We bit the bullet and bunged in a bore.
Every year we run out of water right when crops need it most and our succession planting goes to pot. (well it never goes to pot, because that which is not planted cannot be cooked).
I've always been very suspect about the use of bores but we did the research and discovered that in sandstone country groundwater replenishes annually from rainwater and in an area which is using 5% of sustainable groundwater we decided to splash out (yeah, it's a deliberate pun) and secure a reliable water supply and use it wisely.
The drillers were great. When we mentioned divining they immediately started spluttering about the idiocy of water divining and water diviners. They said we could put the darn thing where it was convenient because geologically speaking we could pop a hole through anywhere with equal likelihood of success. 80% likelihood. Which meant we had a 20% chance of blowing $7000 and still not have any water. The day they came I told Trev, I psychically predict it will be 42 metres deep (but I didn't share this with the drillers). I didn't even think about it being the answer to life, the universe and everything, just to our water issues.
I was in the garden furiously rotary-hoeing new land to put into crop for this still mythical market garden. when they hit water at 15 metres, but just a little bit of water, not enough to do anything with. They went further. Then excitement, roaring and jumping, they'd hit something at 36 metres and it was gushing out at 3.3 litres per second. It was black and oily and was running into the chook paddock. Had we hit oil? I bloody hoped not. It was black mudstone. I was told it would soon clear and if our water quality is like any of the other bores around here it will have low conductivity (be drinking water quality).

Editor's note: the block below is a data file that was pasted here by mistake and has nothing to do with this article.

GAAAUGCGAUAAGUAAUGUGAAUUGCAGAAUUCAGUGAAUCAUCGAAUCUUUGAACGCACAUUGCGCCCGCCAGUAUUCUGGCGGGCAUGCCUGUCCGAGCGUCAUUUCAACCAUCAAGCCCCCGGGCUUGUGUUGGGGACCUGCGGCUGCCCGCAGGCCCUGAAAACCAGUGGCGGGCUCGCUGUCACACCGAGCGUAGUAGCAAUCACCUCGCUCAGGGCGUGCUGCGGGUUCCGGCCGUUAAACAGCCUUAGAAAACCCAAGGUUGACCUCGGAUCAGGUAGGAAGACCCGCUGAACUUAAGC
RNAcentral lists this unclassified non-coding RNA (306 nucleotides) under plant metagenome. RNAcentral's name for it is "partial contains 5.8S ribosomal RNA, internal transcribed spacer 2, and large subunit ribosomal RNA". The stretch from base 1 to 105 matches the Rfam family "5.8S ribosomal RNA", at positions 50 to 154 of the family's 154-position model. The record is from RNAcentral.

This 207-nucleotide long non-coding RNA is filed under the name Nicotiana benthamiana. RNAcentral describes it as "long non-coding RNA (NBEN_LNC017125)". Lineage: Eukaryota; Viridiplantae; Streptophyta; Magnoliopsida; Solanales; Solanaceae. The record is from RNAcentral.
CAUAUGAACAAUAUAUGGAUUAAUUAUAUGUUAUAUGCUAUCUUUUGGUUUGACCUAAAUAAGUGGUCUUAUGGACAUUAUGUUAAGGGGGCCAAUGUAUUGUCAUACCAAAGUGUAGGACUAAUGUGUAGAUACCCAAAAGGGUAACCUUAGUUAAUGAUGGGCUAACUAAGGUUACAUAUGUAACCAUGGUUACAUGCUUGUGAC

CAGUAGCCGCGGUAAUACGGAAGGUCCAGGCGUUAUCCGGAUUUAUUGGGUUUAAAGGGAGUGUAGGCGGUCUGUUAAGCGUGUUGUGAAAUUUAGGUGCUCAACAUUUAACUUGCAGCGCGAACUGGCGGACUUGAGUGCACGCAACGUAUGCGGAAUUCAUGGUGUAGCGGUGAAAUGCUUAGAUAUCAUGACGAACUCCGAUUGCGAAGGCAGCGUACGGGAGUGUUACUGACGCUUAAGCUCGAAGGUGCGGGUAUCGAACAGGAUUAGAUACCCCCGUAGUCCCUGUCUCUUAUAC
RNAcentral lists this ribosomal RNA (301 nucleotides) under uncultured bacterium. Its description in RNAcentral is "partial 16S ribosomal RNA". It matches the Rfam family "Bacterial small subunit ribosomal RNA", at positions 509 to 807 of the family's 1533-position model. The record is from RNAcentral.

Then they told me, 'Once we hit water we go another 6 metres to create a sump'. 36 + 6 = 42
Yup, we have a 42 metre deep bore! With my 'gift' I might hang up a psychic shingle. (not)
What having a 42 metre bore means is we will be able to grow more than just our own food, we'll be able to grow enough to supply local cafes and restaurants and sell direct to other families and create a small income from our 3 acres. We're already on our way to growing the food and setting up relationships with local businesses. It's been a big investment but with our increasingly hot, dry summers... worth it.
We've purchased a solar pump setup which will slowly feed into a water tank during daylight hours at a rate of 13 litres a minute (once we get the darn thing working).